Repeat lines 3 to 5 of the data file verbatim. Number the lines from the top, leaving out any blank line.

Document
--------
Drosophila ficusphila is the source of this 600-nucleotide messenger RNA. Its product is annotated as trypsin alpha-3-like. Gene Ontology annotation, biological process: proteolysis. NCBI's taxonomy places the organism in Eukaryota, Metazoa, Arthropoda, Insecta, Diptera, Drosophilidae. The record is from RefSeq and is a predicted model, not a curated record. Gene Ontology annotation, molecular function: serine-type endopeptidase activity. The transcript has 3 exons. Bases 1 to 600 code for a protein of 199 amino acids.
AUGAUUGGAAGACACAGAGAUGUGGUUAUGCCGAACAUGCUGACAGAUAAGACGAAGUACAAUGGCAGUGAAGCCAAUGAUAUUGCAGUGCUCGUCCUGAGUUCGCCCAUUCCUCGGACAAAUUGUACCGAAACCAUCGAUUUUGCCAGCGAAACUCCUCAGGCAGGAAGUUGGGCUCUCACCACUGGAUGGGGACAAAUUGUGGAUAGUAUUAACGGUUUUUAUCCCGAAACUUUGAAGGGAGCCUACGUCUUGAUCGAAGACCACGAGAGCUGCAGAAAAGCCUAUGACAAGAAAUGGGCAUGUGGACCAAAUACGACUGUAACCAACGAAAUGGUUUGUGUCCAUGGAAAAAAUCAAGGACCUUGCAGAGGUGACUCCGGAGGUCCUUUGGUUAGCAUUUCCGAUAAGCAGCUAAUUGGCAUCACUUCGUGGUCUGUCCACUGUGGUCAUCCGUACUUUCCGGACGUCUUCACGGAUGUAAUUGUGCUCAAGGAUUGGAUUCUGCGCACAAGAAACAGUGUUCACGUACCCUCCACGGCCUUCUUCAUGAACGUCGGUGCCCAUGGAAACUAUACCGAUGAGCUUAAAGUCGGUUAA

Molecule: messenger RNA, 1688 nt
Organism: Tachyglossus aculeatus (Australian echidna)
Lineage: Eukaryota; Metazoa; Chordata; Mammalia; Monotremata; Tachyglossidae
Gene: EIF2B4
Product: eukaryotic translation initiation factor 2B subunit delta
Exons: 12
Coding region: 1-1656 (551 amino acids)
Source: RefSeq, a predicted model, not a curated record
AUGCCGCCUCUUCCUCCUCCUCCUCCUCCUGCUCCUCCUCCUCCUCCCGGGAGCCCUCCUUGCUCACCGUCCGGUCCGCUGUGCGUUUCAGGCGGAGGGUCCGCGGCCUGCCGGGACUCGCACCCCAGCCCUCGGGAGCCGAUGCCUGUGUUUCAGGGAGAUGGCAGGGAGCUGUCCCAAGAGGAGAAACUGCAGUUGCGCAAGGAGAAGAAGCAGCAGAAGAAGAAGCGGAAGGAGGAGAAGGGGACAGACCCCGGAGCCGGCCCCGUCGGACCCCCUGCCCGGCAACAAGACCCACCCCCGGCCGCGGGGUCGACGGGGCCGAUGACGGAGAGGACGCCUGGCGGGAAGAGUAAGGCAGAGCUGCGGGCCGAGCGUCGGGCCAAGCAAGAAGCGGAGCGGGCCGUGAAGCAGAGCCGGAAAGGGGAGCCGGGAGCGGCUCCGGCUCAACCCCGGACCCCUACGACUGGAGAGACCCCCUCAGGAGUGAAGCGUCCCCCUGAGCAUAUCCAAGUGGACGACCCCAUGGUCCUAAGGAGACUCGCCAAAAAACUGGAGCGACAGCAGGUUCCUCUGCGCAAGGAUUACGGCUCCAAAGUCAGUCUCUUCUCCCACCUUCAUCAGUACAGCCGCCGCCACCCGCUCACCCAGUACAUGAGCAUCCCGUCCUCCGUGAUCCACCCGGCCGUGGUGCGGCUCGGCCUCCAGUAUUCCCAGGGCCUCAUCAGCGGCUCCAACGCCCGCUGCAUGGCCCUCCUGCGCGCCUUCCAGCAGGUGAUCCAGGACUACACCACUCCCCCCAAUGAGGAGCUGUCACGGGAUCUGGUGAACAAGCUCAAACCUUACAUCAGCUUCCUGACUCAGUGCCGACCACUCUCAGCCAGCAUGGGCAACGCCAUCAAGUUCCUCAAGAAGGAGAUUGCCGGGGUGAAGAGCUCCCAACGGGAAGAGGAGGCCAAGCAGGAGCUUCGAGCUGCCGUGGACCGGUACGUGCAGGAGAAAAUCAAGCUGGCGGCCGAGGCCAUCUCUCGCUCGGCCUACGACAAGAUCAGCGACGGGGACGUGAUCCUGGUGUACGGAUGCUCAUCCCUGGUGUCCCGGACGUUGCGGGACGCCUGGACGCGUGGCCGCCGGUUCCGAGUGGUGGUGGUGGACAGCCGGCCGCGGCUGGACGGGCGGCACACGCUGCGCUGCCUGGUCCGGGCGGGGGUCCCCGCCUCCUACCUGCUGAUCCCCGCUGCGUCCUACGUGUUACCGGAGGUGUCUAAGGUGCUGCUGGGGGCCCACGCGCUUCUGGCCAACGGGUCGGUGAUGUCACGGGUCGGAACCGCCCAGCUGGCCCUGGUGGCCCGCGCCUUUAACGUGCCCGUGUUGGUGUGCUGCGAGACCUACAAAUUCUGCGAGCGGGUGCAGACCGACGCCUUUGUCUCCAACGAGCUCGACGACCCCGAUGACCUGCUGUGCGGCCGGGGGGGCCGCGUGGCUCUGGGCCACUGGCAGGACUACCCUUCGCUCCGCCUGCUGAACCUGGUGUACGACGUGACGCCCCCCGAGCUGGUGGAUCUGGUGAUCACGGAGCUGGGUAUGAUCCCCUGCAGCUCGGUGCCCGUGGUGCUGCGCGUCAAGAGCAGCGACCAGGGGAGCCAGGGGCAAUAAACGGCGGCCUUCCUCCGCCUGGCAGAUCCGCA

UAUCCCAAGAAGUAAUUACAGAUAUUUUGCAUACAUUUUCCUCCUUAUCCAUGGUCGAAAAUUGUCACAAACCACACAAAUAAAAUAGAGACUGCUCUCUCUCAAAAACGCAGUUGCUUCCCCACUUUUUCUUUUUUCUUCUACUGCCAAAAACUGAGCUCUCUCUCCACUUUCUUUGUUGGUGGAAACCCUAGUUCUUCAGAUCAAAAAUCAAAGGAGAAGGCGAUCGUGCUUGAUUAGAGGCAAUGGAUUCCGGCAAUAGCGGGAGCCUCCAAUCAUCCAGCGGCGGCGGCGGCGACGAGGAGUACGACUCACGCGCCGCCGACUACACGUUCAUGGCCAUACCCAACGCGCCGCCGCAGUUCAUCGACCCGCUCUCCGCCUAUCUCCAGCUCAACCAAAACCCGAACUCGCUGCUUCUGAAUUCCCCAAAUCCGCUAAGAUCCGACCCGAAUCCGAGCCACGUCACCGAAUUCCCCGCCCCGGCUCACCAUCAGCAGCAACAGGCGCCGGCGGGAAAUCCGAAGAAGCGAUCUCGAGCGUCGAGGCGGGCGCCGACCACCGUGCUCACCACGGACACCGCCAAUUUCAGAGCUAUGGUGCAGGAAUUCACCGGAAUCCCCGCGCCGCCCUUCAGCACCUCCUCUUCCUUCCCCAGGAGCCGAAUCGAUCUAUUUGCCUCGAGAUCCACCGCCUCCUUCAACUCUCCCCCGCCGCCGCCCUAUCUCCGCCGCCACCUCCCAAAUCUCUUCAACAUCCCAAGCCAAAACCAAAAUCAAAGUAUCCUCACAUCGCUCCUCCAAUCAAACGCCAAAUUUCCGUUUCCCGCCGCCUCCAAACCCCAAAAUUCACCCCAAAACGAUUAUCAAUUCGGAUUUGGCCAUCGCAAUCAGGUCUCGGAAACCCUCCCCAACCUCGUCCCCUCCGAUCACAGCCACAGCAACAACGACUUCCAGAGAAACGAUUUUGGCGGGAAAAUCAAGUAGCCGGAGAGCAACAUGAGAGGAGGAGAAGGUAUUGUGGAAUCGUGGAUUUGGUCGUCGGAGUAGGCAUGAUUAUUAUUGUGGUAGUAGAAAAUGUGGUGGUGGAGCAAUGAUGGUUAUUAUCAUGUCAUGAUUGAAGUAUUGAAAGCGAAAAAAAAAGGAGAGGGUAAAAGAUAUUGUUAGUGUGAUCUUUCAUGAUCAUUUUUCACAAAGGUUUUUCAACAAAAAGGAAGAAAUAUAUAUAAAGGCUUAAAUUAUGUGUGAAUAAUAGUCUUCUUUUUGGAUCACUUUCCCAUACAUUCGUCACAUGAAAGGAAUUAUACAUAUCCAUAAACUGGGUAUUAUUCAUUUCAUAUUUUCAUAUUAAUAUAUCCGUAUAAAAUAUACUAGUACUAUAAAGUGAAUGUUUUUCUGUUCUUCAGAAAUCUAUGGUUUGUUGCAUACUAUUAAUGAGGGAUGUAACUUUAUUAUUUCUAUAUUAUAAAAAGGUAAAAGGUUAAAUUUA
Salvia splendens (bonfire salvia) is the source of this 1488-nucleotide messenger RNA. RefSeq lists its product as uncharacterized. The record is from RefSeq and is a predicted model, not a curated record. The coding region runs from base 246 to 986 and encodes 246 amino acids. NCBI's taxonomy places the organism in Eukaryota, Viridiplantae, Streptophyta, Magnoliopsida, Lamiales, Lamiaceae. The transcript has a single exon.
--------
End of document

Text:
Molecule: messenger RNA, 1688 nt
Organism: Tachyglossus aculeatus (Australian echidna)
Lineage: Eukaryota; Metazoa; Chordata; Mammalia; Monotremata; Tachyglossidae